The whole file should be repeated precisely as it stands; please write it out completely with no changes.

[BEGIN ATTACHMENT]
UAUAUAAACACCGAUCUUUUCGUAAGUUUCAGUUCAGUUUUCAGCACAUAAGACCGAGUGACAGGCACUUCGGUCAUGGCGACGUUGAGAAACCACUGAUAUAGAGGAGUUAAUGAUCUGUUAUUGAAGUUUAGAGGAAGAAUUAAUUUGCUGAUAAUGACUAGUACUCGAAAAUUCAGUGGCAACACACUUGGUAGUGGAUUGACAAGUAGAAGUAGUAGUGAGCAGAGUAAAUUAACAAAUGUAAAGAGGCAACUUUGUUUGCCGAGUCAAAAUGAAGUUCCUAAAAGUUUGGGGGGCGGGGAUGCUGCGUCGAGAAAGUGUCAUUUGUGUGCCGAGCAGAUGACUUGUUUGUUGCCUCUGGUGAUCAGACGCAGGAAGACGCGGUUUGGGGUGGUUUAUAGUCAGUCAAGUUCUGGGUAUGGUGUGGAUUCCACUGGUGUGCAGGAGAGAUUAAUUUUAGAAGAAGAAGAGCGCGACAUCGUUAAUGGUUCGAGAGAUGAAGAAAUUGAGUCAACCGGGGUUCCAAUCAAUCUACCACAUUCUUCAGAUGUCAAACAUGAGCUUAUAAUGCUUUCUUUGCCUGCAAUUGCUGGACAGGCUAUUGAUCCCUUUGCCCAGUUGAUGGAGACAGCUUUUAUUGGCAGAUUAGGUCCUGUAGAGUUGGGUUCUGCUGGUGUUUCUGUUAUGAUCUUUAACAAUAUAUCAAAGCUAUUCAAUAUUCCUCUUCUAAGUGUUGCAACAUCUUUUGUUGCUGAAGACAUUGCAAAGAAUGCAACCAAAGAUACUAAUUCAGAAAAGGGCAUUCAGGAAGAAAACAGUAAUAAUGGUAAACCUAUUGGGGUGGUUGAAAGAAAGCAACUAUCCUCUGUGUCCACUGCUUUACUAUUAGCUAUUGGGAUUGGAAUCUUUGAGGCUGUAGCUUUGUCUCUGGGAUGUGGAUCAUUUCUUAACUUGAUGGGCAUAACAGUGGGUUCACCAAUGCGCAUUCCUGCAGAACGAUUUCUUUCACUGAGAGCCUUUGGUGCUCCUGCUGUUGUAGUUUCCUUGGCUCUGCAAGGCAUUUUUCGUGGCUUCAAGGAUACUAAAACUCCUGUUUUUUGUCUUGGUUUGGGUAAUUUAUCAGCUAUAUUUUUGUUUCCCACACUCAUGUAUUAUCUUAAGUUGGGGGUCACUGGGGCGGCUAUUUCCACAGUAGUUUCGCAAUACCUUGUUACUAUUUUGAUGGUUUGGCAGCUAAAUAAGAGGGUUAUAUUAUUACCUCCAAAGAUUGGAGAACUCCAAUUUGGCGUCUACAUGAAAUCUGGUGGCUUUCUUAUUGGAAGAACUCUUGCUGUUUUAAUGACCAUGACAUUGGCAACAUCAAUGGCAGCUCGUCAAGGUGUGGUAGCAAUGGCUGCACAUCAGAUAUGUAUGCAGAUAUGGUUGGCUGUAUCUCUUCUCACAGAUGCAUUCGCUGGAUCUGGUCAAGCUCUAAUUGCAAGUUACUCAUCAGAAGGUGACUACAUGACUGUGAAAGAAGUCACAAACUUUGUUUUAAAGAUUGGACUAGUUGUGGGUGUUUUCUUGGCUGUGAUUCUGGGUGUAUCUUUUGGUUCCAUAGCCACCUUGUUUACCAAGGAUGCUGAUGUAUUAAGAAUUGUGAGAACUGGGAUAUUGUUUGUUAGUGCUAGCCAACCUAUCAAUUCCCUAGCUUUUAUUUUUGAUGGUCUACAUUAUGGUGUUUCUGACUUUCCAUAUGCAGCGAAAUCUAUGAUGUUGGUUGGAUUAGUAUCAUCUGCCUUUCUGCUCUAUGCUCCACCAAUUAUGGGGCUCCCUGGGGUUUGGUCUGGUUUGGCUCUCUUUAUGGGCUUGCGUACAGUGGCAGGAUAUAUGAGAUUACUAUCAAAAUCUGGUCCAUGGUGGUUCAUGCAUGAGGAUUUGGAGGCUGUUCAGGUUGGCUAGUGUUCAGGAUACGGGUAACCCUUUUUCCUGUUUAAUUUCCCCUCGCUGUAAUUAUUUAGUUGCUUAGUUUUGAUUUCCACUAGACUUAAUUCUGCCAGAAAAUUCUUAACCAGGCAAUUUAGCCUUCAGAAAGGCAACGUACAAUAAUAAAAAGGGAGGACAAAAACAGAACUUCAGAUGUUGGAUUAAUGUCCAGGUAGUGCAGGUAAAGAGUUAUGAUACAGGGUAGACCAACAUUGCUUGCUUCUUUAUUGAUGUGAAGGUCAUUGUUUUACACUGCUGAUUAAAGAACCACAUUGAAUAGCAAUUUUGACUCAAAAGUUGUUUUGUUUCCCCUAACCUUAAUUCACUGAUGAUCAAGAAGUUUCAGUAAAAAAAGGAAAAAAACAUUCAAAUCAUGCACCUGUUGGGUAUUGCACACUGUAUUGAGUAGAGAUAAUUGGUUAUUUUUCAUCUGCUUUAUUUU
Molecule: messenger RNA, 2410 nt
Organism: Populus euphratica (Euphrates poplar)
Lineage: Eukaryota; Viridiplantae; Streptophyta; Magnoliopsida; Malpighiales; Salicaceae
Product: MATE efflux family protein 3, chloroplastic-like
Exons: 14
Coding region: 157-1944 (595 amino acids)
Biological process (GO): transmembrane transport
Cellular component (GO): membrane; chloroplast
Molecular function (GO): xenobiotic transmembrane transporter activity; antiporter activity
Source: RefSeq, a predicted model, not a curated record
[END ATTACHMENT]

UAUAUAAACACCGAUCUUUUCGUAAGUUUCAGUUCAGUUUUCAGCACAUAAGACCGAGUGACAGGCACUUCGGUCAUGGCGACGUUGAGAAACCACUGAUAUAGAGGAGUUAAUGAUCUGUUAUUGAAGUUUAGAGGAAGAAUUAAUUUGCUGAUAAUGACUAGUACUCGAAAAUUCAGUGGCAACACACUUGGUAGUGGAUUGACAAGUAGAAGUAGUAGUGAGCAGAGUAAAUUAACAAAUGUAAAGAGGCAACUUUGUUUGCCGAGUCAAAAUGAAGUUCCUAAAAGUUUGGGGGGCGGGGAUGCUGCGUCGAGAAAGUGUCAUUUGUGUGCCGAGCAGAUGACUUGUUUGUUGCCUCUGGUGAUCAGACGCAGGAAGACGCGGUUUGGGGUGGUUUAUAGUCAGUCAAGUUCUGGGUAUGGUGUGGAUUCCACUGGUGUGCAGGAGAGAUUAAUUUUAGAAGAAGAAGAGCGCGACAUCGUUAAUGGUUCGAGAGAUGAAGAAAUUGAGUCAACCGGGGUUCCAAUCAAUCUACCACAUUCUUCAGAUGUCAAACAUGAGCUUAUAAUGCUUUCUUUGCCUGCAAUUGCUGGACAGGCUAUUGAUCCCUUUGCCCAGUUGAUGGAGACAGCUUUUAUUGGCAGAUUAGGUCCUGUAGAGUUGGGUUCUGCUGGUGUUUCUGUUAUGAUCUUUAACAAUAUAUCAAAGCUAUUCAAUAUUCCUCUUCUAAGUGUUGCAACAUCUUUUGUUGCUGAAGACAUUGCAAAGAAUGCAACCAAAGAUACUAAUUCAGAAAAGGGCAUUCAGGAAGAAAACAGUAAUAAUGGUAAACCUAUUGGGGUGGUUGAAAGAAAGCAACUAUCCUCUGUGUCCACUGCUUUACUAUUAGCUAUUGGGAUUGGAAUCUUUGAGGCUGUAGCUUUGUCUCUGGGAUGUGGAUCAUUUCUUAACUUGAUGGGCAUAACAGUGGGUUCACCAAUGCGCAUUCCUGCAGAACGAUUUCUUUCACUGAGAGCCUUUGGUGCUCCUGCUGUUGUAGUUUCCUUGGCUCUGCAAGGCAUUUUUCGUGGCUUCAAGGAUACUAAAACUCCUGUUUUUUGUCUUGGUUUGGGUAAUUUAUCAGCUAUAUUUUUGUUUCCCACACUCAUGUAUUAUCUUAAGUUGGGGGUCACUGGGGCGGCUAUUUCCACAGUAGUUUCGCAAUACCUUGUUACUAUUUUGAUGGUUUGGCAGCUAAAUAAGAGGGUUAUAUUAUUACCUCCAAAGAUUGGAGAACUCCAAUUUGGCGUCUACAUGAAAUCUGGUGGCUUUCUUAUUGGAAGAACUCUUGCUGUUUUAAUGACCAUGACAUUGGCAACAUCAAUGGCAGCUCGUCAAGGUGUGGUAGCAAUGGCUGCACAUCAGAUAUGUAUGCAGAUAUGGUUGGCUGUAUCUCUUCUCACAGAUGCAUUCGCUGGAUCUGGUCAAGCUCUAAUUGCAAGUUACUCAUCAGAAGGUGACUACAUGACUGUGAAAGAAGUCACAAACUUUGUUUUAAAGAUUGGACUAGUUGUGGGUGUUUUCUUGGCUGUGAUUCUGGGUGUAUCUUUUGGUUCCAUAGCCACCUUGUUUACCAAGGAUGCUGAUGUAUUAAGAAUUGUGAGAACUGGGAUAUUGUUUGUUAGUGCUAGCCAACCUAUCAAUUCCCUAGCUUUUAUUUUUGAUGGUCUACAUUAUGGUGUUUCUGACUUUCCAUAUGCAGCGAAAUCUAUGAUGUUGGUUGGAUUAGUAUCAUCUGCCUUUCUGCUCUAUGCUCCACCAAUUAUGGGGCUCCCUGGGGUUUGGUCUGGUUUGGCUCUCUUUAUGGGCUUGCGUACAGUGGCAGGAUAUAUGAGAUUACUAUCAAAAUCUGGUCCAUGGUGGUUCAUGCAUGAGGAUUUGGAGGCUGUUCAGGUUGGCUAGUGUUCAGGAUACGGGUAACCCUUUUUCCUGUUUAAUUUCCCCUCGCUGUAAUUAUUUAGUUGCUUAGUUUUGAUUUCCACUAGACUUAAUUCUGCCAGAAAAUUCUUAACCAGGCAAUUUAGCCUUCAGAAAGGCAACGUACAAUAAUAAAAAGGGAGGACAAAAACAGAACUUCAGAUGUUGGAUUAAUGUCCAGGUAGUGCAGGUAAAGAGUUAUGAUACAGGGUAGACCAACAUUGCUUGCUUCUUUAUUGAUGUGAAGGUCAUUGUUUUACACUGCUGAUUAAAGAACCACAUUGAAUAGCAAUUUUGACUCAAAAGUUGUUUUGUUUCCCCUAACCUUAAUUCACUGAUGAUCAAGAAGUUUCAGUAAAAAAAGGAAAAAAACAUUCAAAUCAUGCACCUGUUGGGUAUUGCACACUGUAUUGAGUAGAGAUAAUUGGUUAUUUUUCAUCUGCUUUAUUUU
Molecule: messenger RNA, 2410 nt
Organism: Populus euphratica (Euphrates poplar)
Lineage: Eukaryota; Viridiplantae; Streptophyta; Magnoliopsida; Malpighiales; Salicaceae
Product: MATE efflux family protein 3, chloroplastic-like
Exons: 14
Coding region: 157-1944 (595 amino acids)
Biological process (GO): transmembrane transport
Cellular component (GO): membrane; chloroplast
Molecular function (GO): xenobiotic transmembrane transporter activity; antiporter activity
Source: RefSeq, a predicted model, not a curated record